While I agree with the IBM report that retail showrooming is dead, unfortunately, that’s not the story. The IBM report completely misses the elephant in the room … while retail showrooming is dead, virtual showrooming is exploding (virtual showrooming is the practice of comparison shopping and purchasing online without ever visiting a store).
Retail traffic was down an alarming 15% this past holiday season, retail sales were generally flat to down, and internet purchasing was up 40%.
What’s happening? The consumers who engaged in retail showrooming in 2012 discovered that comparison price shopping on a mobile device was extremely difficult. Mobile devices are great for texting, tweeting, and instagrams, but are terribly inefficient for comparison price shopping. Full-screen devices, laptops and desk top computers, are much better suited for this exercise.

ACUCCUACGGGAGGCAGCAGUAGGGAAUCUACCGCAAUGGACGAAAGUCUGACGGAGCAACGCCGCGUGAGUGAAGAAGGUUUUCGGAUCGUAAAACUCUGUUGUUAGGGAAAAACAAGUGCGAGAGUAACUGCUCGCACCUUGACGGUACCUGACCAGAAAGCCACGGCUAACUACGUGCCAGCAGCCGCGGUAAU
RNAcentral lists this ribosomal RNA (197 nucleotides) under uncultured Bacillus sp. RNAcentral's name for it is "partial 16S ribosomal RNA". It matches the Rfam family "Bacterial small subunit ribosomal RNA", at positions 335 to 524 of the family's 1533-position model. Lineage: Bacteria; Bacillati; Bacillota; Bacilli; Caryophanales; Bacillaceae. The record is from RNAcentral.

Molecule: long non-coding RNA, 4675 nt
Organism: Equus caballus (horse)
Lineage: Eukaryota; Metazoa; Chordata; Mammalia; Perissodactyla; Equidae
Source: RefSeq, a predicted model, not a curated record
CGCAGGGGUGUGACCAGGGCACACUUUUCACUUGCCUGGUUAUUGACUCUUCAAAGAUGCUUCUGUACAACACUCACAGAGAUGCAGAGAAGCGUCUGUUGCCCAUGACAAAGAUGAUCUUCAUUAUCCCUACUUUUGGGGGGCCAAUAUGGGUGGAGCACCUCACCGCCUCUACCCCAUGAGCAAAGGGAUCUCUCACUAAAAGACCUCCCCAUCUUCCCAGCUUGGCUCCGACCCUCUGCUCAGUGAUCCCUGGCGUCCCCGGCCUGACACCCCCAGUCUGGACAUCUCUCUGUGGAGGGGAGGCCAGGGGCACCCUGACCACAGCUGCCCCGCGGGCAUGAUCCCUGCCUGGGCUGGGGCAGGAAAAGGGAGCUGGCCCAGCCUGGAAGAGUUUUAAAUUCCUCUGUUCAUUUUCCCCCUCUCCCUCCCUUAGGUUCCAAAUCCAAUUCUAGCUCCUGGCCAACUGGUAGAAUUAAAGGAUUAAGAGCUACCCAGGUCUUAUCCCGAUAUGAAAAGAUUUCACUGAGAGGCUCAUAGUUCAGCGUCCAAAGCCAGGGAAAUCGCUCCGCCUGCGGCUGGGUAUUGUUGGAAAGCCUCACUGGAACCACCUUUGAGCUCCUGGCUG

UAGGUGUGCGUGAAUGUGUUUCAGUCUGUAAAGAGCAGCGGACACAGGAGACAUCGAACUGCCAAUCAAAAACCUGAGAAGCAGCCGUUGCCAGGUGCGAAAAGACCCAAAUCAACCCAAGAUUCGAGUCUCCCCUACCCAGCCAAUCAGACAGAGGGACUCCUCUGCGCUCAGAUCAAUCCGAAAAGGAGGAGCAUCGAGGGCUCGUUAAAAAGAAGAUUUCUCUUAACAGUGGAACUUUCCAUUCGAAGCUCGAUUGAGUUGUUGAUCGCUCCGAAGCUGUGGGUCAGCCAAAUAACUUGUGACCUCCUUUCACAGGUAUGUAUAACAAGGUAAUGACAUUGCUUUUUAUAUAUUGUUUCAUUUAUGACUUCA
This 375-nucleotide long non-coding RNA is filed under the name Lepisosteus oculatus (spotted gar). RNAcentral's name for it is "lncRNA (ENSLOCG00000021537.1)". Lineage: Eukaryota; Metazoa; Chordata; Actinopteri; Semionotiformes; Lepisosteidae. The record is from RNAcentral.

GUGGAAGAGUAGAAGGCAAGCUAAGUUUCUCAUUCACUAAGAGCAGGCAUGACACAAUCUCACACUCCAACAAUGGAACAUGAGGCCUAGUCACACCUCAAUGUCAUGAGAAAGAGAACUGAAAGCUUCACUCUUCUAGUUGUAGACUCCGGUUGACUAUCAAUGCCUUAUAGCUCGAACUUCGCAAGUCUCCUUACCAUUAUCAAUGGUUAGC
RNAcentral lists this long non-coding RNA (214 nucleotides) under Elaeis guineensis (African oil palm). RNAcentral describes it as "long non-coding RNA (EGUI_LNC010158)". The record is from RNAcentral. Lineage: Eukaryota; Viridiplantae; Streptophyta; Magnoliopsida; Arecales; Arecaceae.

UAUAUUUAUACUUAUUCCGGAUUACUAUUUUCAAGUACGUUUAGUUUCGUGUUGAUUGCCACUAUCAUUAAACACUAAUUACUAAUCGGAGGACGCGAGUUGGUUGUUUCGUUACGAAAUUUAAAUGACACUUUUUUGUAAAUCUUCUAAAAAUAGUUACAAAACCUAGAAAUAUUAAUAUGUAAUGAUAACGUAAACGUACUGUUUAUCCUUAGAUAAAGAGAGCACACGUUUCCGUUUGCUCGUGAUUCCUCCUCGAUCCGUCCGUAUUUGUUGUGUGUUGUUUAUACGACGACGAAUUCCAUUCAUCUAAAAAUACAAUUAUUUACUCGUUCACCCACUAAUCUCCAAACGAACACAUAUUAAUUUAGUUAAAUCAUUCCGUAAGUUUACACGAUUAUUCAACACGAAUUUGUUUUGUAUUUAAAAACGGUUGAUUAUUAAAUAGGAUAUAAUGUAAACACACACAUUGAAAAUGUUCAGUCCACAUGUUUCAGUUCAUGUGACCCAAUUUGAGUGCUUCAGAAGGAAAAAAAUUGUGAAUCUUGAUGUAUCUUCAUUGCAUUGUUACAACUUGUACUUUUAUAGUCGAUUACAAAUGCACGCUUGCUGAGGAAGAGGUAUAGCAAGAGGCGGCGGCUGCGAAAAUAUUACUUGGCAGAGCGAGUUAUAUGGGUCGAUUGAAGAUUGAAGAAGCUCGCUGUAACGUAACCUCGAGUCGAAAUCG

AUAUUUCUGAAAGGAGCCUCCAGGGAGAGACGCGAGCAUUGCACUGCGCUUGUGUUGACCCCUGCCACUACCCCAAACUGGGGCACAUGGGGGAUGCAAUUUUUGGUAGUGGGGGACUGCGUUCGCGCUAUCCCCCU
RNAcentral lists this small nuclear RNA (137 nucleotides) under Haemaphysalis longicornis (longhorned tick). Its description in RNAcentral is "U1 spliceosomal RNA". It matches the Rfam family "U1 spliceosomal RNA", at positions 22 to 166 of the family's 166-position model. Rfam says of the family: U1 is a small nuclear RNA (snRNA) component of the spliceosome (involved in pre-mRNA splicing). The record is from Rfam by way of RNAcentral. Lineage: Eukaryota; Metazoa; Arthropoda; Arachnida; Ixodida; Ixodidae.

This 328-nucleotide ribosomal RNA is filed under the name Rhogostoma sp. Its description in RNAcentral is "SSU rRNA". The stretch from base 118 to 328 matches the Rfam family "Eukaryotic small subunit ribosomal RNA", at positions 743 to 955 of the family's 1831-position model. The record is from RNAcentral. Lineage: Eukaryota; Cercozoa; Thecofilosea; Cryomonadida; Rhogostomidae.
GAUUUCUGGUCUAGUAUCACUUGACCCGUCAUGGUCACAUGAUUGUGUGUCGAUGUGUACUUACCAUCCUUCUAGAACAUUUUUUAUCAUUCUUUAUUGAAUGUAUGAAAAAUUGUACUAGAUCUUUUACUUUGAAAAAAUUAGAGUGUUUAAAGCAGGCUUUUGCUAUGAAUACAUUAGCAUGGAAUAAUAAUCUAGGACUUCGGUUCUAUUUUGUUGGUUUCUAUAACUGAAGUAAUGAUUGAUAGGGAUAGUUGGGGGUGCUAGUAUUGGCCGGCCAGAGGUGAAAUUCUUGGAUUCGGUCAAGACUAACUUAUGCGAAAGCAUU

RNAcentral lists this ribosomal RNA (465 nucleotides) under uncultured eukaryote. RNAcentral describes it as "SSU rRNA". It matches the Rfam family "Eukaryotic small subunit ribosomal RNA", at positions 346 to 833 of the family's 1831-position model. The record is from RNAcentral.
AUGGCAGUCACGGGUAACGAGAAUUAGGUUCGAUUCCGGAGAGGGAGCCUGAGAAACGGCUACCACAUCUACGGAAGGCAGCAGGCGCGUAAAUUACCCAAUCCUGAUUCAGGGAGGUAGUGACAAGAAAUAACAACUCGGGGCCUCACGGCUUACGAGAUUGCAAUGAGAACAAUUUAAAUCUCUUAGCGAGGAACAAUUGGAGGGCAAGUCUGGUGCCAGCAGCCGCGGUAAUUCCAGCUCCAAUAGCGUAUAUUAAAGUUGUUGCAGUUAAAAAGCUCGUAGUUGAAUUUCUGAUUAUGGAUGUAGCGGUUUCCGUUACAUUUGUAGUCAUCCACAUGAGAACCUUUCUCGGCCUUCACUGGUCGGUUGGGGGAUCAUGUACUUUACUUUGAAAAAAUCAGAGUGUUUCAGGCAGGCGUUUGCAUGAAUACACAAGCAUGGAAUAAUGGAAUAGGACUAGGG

So the reason for the lack of retail showrooming growth is not simply that is was last year’s fad. Quite the contrary, it’s a function of the consumers who have tried comparison shopping on mobile devices while in-store, have simply switched to a much more efficient medium: Full screen devices at home or work. This demographic, the price conscious tech-savvy consumer, probably made up a large percentage of the 15% decline in retail traffic.
Further evidence of this change in consumer behavior is validated by the recently published reports from Channeladvisors.com that noted that nearly 75% of online purchases were made using full-screen devices. So a lack of growth in retail showrooming is hardly a cause for celebration, but moreover is a rather ominous sign that things are only going to get more difficult for traditional brick-and-mortar retailers in the near term.